Talking about suicide

The news of the suicide of a lead pastor, Andrew Stoeklein, broke my heart. He was 30 years old, a loving husband and a father to three kids. Before his suicide, he was open with his battles with depression and anxiety.

At this time of writing, I’m still mourning the loss of this person who I don’t know personally. All the while thinking, what happened?

To a person who obviously knows Christ deep in his being and his soul.
Knows of the hope of Christ.
Knows the power of prayer.
Knows about seeking help. (which he did)
Knows how much His Heavenly Father loves him.

Yet he was in so much pain and darkness that he wanted to take the pain away. And he did.

My heart is broken for him, his family, his friends, his church.

Please join me in sending lots of prayers to his family. If you are inclined to do so, you can contribute to #careforkayla at https://www.gofundme.com/careforkayla. This campaign will provide education costs for Andrew’s boys, day-to-day expenses for his wife, Kayla, and financial security during a tough season.


Many of us may not be able to comprehend how a person could take his or her own life. But to the sufferer, they may feel that death is the only way out.

The sad and scary thing is, there could be people around us who are in danger of suicide. Either we may not know the signs of suicide (though not everyone would display the signs), or we have a misconception about a suicidal person. Saying that it’s a cowardly act is one of them.

Understanding more about suicide.

How might someone think or feel like to be suicidal?

Hopeless, there’s no way out.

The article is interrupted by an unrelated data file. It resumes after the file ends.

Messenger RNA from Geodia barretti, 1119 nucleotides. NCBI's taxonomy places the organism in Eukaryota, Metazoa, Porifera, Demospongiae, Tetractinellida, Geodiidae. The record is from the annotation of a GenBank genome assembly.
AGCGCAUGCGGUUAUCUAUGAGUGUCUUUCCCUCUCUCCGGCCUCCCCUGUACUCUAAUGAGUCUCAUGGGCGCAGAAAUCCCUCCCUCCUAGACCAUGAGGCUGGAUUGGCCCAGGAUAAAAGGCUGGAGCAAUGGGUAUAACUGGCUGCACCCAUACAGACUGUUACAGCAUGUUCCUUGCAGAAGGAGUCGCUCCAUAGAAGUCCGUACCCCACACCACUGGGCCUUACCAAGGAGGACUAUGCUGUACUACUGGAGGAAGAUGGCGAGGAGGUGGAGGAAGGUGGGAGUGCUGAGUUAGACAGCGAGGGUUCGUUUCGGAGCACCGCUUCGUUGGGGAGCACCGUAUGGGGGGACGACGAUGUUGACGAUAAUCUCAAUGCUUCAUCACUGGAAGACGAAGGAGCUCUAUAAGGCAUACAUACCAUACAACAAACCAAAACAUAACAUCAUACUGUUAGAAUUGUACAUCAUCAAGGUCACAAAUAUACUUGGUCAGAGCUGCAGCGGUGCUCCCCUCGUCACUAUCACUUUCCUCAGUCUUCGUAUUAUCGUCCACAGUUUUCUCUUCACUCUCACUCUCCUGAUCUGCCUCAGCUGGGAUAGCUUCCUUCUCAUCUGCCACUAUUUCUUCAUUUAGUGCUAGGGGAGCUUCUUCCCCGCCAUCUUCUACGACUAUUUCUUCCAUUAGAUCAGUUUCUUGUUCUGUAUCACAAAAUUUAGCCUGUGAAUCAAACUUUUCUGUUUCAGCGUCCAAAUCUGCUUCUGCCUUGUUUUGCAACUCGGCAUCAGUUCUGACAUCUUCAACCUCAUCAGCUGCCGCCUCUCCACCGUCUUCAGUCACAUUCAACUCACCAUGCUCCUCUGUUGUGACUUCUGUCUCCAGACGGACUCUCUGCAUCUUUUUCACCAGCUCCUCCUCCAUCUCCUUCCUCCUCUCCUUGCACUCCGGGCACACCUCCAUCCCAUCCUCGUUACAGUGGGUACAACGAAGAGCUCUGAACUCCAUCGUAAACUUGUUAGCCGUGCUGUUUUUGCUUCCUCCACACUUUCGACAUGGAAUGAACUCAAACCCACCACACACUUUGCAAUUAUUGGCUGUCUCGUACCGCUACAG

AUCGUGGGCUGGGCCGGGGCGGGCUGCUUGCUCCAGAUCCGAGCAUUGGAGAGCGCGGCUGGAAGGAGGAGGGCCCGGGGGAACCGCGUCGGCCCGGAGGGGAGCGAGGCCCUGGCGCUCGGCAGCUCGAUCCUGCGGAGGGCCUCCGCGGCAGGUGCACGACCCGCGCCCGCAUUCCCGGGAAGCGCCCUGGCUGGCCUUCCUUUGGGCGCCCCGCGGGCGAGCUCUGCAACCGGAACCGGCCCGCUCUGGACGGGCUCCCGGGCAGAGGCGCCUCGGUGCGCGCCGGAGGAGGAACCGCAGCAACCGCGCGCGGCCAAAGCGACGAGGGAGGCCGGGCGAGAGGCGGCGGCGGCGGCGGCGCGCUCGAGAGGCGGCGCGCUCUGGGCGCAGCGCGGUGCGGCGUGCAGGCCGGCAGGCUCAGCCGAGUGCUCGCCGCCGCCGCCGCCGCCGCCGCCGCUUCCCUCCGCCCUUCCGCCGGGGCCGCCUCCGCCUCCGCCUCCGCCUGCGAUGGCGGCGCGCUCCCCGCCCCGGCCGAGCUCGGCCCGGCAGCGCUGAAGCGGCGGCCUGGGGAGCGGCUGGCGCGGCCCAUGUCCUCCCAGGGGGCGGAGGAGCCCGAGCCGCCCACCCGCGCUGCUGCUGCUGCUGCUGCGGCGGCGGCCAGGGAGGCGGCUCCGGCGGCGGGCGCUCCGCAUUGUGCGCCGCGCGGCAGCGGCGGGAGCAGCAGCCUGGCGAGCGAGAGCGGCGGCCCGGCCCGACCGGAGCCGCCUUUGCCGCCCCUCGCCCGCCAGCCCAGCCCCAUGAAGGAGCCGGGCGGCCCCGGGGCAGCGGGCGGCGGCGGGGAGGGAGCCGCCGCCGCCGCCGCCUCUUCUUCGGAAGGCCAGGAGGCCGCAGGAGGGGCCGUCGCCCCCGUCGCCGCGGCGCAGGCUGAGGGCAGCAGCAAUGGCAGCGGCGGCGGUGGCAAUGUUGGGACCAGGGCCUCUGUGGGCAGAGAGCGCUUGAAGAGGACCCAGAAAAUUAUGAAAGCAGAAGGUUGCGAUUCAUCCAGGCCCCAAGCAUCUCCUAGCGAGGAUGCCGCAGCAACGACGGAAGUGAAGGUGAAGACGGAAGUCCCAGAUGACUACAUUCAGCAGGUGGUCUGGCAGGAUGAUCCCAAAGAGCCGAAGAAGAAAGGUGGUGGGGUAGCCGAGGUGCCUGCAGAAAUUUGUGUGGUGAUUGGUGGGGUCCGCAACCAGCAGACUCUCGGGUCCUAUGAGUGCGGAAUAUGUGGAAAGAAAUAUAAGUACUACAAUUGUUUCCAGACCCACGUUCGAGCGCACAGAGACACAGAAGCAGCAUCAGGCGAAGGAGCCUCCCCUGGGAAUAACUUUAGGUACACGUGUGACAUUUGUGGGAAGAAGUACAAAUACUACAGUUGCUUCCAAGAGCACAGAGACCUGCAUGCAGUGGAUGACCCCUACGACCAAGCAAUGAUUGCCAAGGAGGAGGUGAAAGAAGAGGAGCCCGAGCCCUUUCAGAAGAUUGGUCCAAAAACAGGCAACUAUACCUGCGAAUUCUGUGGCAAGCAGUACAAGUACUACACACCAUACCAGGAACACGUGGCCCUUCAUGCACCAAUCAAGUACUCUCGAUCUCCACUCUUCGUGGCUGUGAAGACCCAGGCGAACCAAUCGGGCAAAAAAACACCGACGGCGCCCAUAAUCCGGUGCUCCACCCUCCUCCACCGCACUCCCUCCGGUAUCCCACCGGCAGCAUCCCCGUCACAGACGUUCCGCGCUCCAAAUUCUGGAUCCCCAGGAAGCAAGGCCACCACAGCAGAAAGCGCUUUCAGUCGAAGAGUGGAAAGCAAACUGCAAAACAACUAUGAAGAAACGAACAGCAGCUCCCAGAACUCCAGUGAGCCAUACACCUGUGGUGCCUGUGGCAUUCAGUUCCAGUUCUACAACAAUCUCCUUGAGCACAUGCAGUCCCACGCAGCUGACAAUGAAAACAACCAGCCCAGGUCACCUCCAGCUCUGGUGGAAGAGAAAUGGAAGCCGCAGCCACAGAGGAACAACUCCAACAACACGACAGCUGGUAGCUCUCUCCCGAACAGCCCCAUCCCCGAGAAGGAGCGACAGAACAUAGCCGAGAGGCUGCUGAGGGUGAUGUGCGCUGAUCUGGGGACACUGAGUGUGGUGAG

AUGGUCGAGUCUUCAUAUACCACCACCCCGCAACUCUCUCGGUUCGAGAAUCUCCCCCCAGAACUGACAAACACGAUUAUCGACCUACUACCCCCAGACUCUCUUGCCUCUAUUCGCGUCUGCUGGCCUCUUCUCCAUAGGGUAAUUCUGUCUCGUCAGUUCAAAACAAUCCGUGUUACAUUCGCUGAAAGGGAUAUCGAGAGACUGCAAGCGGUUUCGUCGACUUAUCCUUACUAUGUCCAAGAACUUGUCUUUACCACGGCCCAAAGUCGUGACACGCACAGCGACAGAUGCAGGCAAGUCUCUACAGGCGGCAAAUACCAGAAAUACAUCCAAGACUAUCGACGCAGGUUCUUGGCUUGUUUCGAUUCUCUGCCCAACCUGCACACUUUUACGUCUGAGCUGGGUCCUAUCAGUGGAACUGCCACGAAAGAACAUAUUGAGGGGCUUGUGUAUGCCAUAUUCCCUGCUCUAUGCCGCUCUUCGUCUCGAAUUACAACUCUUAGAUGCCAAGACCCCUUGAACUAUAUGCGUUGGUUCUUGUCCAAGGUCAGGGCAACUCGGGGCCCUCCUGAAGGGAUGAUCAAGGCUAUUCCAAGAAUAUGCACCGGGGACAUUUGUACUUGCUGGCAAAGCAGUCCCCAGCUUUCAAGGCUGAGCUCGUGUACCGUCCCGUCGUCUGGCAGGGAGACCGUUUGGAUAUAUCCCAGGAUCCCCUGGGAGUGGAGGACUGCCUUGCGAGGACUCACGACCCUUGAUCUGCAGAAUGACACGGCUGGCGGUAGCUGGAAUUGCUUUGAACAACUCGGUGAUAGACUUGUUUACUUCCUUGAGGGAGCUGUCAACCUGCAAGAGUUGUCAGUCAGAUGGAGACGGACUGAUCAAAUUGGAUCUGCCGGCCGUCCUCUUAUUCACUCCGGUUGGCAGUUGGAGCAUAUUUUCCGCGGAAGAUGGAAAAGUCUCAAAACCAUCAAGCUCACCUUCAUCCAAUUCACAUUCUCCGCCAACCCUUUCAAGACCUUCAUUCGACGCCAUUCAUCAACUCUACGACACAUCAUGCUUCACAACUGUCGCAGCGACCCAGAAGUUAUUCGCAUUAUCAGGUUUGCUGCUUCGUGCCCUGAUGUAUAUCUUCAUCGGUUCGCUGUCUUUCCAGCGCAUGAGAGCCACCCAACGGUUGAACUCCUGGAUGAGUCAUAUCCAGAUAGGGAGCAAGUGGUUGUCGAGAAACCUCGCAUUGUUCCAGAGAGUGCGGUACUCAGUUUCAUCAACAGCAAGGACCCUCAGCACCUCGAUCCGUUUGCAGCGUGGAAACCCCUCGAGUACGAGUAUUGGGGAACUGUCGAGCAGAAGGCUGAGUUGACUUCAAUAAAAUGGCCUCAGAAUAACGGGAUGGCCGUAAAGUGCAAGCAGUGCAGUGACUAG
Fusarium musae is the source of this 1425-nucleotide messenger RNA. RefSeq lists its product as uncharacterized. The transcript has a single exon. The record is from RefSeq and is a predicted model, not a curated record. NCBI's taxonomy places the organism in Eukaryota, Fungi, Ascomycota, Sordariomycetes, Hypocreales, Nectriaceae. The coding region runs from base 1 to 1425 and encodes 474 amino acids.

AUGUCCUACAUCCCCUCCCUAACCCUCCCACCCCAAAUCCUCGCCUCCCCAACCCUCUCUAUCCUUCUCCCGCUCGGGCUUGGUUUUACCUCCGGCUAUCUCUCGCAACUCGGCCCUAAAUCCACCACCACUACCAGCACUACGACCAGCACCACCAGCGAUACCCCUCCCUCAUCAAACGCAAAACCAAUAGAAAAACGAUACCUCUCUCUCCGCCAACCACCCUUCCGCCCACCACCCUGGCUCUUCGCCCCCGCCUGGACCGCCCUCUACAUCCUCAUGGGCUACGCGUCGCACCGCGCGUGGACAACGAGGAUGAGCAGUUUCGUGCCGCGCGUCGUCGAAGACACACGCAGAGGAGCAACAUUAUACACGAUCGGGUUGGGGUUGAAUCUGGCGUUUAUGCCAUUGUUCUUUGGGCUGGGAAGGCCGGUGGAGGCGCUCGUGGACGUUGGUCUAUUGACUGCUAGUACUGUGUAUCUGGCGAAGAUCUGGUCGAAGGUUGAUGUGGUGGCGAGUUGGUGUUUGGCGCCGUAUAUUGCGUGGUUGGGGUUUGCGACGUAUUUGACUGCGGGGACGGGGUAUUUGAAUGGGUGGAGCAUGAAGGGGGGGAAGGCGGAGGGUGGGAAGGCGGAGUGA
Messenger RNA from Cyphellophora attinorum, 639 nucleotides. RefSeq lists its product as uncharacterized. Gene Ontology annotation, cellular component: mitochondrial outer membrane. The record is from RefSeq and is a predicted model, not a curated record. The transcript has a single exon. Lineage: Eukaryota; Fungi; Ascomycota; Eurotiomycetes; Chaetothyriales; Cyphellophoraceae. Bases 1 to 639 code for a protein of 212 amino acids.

Overwhelmed by negative thoughts.
Their pain is unbearable, and there’ll be no end to it.
They are of no use to anyone.
Desperate.

Some of the outward behaviours could be:
Avoiding or isolating from others.
Self-harm or have the intention to self-harm.
Change in appetite.
Sleep is affected.
No desire to take care of yourself.

Facts and Myth about Suicide

(information from Befrienders)

Suicide Myth
People who talk about suicide are just trying to get attention.

Suicide Fact
People who die by suicide usually talk about it first. They are in pain and oftentimes reach out for help because they do not know what to do and have lost hope. Always take talk about suicide seriously. Always.

 

Suicide Myth
Suicide always occurs without any warning signs.

Suicide Fact
Sometimes there are warning signs. (However, there might not be signs or you might not be able to tell)

 

Suicide Myth
Once people decide to die by suicide, there is nothing you can do to stop them.

Suicide Fact
Suicide can be prevented. Most people who are suicidal do not want to die; they just want to stop their pain.

 

Suicide Myth
Suicide only strikes people of a certain gender, race, financial status, age, etc.

Suicide Fact
Suicide can strike anyone.

 

Suicide Myth
People who attempt suicide and survive will not attempt suicide again.

Suicide Fact
People who attempt suicide and survive will oftentimes make additional attempts.

 

Suicide Myth
People who attempt suicide are crazy.

Suicide Fact
Not necessary. They are in pain, and probably have a chemical imbalance in their brain. Anyone could attempt suicide.

 

Suicide Myth
People who attempt suicide are weak.

Suicide Fact
Not necessary. They are in pain and probably have a chemical imbalance in their brain. Many people who are very “strong” die by suicide.